Ground transportation may be disrupted throughout the country.  Drivers may encounter roadblocks that restrict access on certain roads.  Following the downing of Malaysian Airlines Flight 17 in eastern Ukraine, the Federal Aviation Administration (FAA) issued a Notice to Airmen (NOTAM) to prohibit all U.S. flight operations within Dnipropetrovsk Flight Information Regions.  This expanded the FAA’s previous NOTAM restricting U.S. flight operations within the

 

 

 

 

 

 

U.S. Relocates More Baghdad/Erbil Staff to Basrah and Amman (Jordan), Updates Aug. 8 Travel Warning

— Domani Spero

 

On June 15, 2014, the State Department went on partial “temporary relocation” of USG personnel in Embassy Baghdad to Basrah, Erbil and Amman, Jordan (see US Mission Iraq: Now on Partial “Temporary Relocation” To Basra, Erbil & Amman (Jordan)).

Today, the State Department issued an update to its August 8 Travel Warning for Iraq noting the departure of  a “limited” number of staff from our posts in Baghdad and Erbil to the Consulate General in Basrah and Amman, Jordan.

CIA map

Map via CIA.gov (click on image to see larger view)

The Department of State warns U.S. citizens against all but essential travel to Iraq.  Travel within Iraq remains dangerous given the security situation. The Embassy in Baghdad and the Consulate General in Erbil remain open and operating, but the Department of State has relocated a limited number of staff members from the Embassy in Baghdad and the Consulate General in Erbil to the Consulate General in Basrah and the Iraq Support Unit in Amman. The Embassy in Baghdad and the Consulate General in Erbil remain open and operating. This Travel Warning supersedes the Travel Warning dated August 8, 2014, to note the departure of some staff from the Consulate General in Erbil. The ability of the Embassy to respond to situations in which U.S. citizens face difficulty, including arrests, is extremely limited.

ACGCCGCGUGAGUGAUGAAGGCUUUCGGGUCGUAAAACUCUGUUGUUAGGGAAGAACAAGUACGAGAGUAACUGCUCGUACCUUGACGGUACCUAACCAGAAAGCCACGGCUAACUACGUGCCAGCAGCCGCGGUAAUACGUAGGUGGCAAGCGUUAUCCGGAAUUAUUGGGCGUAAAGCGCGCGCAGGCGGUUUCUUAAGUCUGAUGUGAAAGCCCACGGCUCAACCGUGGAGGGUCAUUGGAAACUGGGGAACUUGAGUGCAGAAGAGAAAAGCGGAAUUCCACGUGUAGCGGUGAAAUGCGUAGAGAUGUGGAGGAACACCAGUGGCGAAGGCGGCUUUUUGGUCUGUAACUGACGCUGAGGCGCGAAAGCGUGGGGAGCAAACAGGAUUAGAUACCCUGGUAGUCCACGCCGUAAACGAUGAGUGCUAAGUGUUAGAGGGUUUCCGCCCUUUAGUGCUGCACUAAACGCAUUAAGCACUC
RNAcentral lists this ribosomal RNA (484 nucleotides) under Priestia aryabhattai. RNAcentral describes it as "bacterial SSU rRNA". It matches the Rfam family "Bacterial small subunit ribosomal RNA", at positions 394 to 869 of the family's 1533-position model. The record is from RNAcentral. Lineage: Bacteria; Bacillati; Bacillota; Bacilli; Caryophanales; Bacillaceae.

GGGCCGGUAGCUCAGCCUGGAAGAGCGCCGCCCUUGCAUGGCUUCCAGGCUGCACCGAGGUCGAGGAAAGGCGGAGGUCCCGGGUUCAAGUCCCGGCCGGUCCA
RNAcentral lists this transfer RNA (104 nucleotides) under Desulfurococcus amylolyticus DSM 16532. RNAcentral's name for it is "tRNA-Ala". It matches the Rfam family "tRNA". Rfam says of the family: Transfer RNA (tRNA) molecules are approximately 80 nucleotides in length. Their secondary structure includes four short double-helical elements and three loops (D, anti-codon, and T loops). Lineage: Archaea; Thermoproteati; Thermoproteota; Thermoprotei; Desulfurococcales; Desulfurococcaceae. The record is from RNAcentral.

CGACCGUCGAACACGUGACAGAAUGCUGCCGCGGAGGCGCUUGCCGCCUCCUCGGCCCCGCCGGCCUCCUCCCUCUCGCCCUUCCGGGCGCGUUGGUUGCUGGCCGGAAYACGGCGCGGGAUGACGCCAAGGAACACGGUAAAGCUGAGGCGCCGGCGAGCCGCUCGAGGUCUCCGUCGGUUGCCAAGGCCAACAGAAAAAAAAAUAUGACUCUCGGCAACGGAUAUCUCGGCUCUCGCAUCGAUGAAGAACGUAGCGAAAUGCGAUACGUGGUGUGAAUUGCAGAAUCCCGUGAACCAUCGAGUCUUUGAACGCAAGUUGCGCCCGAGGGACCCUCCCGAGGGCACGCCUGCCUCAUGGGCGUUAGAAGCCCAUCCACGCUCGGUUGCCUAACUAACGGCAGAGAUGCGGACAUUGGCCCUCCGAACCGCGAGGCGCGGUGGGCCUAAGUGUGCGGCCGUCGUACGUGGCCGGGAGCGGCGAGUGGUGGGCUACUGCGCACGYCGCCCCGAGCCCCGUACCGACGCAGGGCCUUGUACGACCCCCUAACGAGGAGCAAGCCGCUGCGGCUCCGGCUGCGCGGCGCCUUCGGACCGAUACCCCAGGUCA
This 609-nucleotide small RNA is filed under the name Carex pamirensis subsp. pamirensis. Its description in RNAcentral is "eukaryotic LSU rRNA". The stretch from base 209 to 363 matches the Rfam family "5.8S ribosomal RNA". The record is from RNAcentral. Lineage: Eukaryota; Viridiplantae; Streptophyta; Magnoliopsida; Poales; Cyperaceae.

U.S. citizens in Iraq remain at high risk for kidnapping and terrorist violence.  Methods of attack have included roadside improvised explosive devices (IEDs), including explosively formed penetrators (EFPs); magnetic IEDs placed on vehicles; human and vehicle-borne IEDs; mines placed on or concealed near roads; mortars and rockets; and shootings using various direct fire weapons.  These and other attacks frequently occur in public gathering places, such as cafes, markets and other public venues.

Numerous insurgent groups, including ISIL, previously known as al-Qa’ida in Iraq, remain active and terrorist activity and violence persist in many areas of the country.  ISIL and its allies control Mosul, Iraq’s second largest city, and have captured significant territory across central Iraq and continue to engage with Iraqi security forces in that region.  In early August, the threat to the Iraqi Kurdistan Region (IKR) increased considerably with the advance of ISIL towards Kurdish areas.